The Father owns the real estate on which his business is located. Situated on the real estate are greenhouses, garages, sheds and a home. The Father testified that the real estate and improvements were appraised at $559,000.00 in March, 1986 and have not depreciated since that date. The business structures are rented by the Father to his corporation at a gross rental of $90,000.00 per year. The rental business expenses which appear on the Father's 1988 personal tax returns were $113,867.00 in total. Thus, for tax purposes, the Father's rental business resulted in a loss of $23,867.00.

Depreciation represented $45,520.00 of the business expenses which the Father deducted on his income tax returns. The expert testimony before the trial judge reflected that greenhouses have an average useful life of thirty-five to forty years, but depreciate on their own schedule for tax purposes. According to the Father's expert witness, generally accepted accounting principles permitted the Father to use a ten-year depreciation period in preparing his tax returns. This resulted in substantially all of the $45,520.00 which the Father deducted for depreciation on his personal income tax returns.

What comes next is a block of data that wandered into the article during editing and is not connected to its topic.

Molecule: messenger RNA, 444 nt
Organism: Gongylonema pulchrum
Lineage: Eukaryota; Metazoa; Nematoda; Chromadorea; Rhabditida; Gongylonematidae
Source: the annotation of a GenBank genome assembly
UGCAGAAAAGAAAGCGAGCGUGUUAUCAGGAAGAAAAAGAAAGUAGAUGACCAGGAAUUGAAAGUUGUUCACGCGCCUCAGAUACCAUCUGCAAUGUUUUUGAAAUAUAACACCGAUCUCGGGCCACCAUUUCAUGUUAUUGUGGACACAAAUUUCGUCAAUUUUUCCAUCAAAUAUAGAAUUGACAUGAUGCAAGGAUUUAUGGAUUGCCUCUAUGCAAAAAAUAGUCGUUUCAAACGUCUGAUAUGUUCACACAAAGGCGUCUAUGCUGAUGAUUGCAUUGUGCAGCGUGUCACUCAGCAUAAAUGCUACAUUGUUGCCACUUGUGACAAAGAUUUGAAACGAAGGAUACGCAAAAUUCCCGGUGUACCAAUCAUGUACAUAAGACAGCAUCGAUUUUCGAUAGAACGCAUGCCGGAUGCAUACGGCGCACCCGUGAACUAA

The Mother is a high school graduate. She is employed as a secretary. Her annual net income for tax purposes is approximately $18,200.00.

*1184 Master's Recommendation

On August 24, 1988, the Mother filed a modification petition for the purpose of increasing the Father's monthly child support payments. The parties initially appeared before a Master of the Family Court. The parties agreed that any calculation of the Father's child support obligation must be made pursuant to the Melson Formula. Not only was this provided for in the stipulated order but, even in the absence of such an agreement, the Melson Formula is applicable as a rebuttable presumption for the purpose of determining child support in Delaware. Dalton v. Clanton, Del.Supr., 559 A.2d 1197 (1989).